Yes, yeah, absolutely. So we look at sustainability in two different ways, right. So one is the sustainability of the business. And so the example that I gave you earlier, in the process of reducing their cycle time, from six months to three weeks, we also cut the labor content for those products from without any automation mind you from having five people on two shifts for six months, to having three people on one shift for three weeks to produce the same product. So overall, when you look at the overall cost of of the labor cost per unit, we improve their productivity by a factor of 10. So when you do that, for a company are creating, you know, amazing flexibility or creating financial flexibility or you're allowing them to invest in their future, while at the same time making more money. There's nothing wrong with you know, making more money and being profitable, right. But you know, we also are not, you know, what, what we did for them was we created an opportunity for those people that were working on that product line to go and work on a new product line. They were that they had one and they, they weren't sure how they were going to staff it because they needed, you know, experienced qualified people to do it. But we freed up those people to be able to go and do that nobody lost their job. In fact, they were hiring more, at the same time, because the company was growing and sustainable. At the same time, when you take the inputs that you have into products, and you use those same inputs to double or triple the productivity of a plant, there's a, there's a green sustainability aspect to that, right. So we're not just improving the efficiency of the people, but we're also improving the efficiency of all the machinery, how long do the lights need to be on in that factory, how much you know, the air conditioning, every everything else. So if you can take a two shift operation and make it one shift, and, and double the productivity of the plant at the same time, well, that's a massive improvement from a, you know, from a carbon footprint perspective. And so, you know, so we always like for look at these, you know, multiple Win Win, win win, you know, and you can start lining up a lot of wins when you when you have that kind of flexibility. And in an operation to be able to, you know, produce environmental wins, as well as productivity wins, people wins, we had a client that we worked with that they had 100 people working in their plant, and they had been all working 60 hour weeks, 60 out, you know, 60 hours a week, for the last two years, right? When when we finished our engagement with them, was a short engagement was about six weeks. But they went from producing 18 units a day to producing over 40 units a day. Their Cycle Time went from 21 to 22 weeks down to between five and seven weeks, which is well below what their customer demanded cycle time, which was 12 weeks. And they went from having 100 people working 60 hour weeks to only two people working 60 hour weeks. And so, you know, we sort of looked at that when we started talking to the people on floor. Because we always start by understanding how does, how does this whole system work? We can't, we can't change what we don't understand in detail. When we started talking to people, and these people have never seen their kids soccer games or football games, as you know, as the case may be. They you know, you know, for their kids on the weekends, they you know, their their lives were just work. Right? And that's not, you know, you're talking about sustainability that's not sustainable for people, right, but people side of things. Sure. So let's be we're all back to, you know, being with their families, the company was, you know, making a lot more money, they were able to do bonuses. You know, a lot of the companies we work with have profit sharing for the, for the folks on the floor. And so when you create, create profit for the company, you're creating, you know, you're you're giving back to the people on the factory floor as well. So those are the kinds of things that we focus on.Tom Raftery:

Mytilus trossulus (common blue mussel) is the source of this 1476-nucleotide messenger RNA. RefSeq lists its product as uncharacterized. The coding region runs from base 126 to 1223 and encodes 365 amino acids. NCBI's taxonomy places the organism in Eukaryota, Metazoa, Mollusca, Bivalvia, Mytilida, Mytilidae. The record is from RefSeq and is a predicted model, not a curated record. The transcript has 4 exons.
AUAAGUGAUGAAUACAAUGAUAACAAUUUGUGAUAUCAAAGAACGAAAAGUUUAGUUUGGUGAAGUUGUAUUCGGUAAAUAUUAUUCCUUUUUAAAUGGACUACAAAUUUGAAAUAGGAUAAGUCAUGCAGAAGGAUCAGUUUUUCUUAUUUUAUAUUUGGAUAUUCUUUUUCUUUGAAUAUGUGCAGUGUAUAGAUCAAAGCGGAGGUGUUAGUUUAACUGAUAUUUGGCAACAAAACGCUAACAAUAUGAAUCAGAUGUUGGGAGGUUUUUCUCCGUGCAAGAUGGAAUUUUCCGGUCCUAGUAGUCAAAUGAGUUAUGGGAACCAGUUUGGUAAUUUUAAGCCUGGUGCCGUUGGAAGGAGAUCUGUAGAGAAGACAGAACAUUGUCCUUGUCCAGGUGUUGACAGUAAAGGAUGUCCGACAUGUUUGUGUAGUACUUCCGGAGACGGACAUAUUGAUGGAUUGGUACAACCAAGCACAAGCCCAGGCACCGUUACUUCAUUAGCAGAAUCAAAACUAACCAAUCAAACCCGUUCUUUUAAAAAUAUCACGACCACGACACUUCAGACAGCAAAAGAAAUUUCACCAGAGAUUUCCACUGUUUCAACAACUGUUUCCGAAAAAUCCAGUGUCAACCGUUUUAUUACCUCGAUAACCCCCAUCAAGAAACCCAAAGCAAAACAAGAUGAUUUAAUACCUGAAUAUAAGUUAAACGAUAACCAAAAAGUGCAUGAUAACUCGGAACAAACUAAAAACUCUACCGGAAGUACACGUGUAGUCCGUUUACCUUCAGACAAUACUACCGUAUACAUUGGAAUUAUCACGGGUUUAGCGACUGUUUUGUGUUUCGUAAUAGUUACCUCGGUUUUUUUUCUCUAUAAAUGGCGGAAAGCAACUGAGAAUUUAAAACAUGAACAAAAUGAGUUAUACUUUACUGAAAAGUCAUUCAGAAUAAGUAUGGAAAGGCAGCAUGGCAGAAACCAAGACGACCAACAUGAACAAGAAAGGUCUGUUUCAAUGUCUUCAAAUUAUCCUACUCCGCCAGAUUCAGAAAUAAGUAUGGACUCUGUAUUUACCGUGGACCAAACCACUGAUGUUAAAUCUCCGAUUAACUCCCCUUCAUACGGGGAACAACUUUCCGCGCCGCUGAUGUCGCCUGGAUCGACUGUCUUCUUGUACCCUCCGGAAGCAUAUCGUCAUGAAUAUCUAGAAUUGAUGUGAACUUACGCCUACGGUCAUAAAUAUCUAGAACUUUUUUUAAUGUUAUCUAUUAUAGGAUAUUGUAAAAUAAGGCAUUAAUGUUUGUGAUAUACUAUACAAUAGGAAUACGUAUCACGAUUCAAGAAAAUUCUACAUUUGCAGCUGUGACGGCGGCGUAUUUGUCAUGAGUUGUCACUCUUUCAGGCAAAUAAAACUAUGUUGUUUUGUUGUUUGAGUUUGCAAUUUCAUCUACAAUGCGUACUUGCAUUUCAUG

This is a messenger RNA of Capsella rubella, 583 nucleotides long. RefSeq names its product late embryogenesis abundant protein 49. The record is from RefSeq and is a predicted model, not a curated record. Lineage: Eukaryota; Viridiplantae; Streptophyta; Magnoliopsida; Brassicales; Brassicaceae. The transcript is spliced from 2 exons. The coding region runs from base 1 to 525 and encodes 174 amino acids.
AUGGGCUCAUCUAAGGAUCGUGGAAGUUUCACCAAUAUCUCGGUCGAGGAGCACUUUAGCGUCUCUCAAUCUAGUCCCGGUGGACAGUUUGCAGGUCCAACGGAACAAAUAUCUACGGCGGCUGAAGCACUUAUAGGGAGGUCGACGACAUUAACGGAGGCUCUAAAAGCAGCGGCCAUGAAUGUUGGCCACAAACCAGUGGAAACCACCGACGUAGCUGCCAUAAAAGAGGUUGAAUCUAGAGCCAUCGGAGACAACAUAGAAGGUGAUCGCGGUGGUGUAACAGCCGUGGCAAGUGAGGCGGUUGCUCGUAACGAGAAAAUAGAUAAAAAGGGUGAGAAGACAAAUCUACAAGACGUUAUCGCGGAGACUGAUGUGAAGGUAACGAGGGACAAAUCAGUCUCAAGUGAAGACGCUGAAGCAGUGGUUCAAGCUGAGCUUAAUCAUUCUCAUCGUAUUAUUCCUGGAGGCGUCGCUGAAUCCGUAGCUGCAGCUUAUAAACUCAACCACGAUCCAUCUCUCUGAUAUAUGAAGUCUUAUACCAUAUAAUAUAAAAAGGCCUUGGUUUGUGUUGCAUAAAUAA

Sure. And just just to clarify, when you say they went from 60 people, sorry, 100 people doing 60 hour a week stem to two people doing 60 hour weeks, it's not that the other 98 or left goods that they went back to 40 hour weeks or something, Senator?James Crean: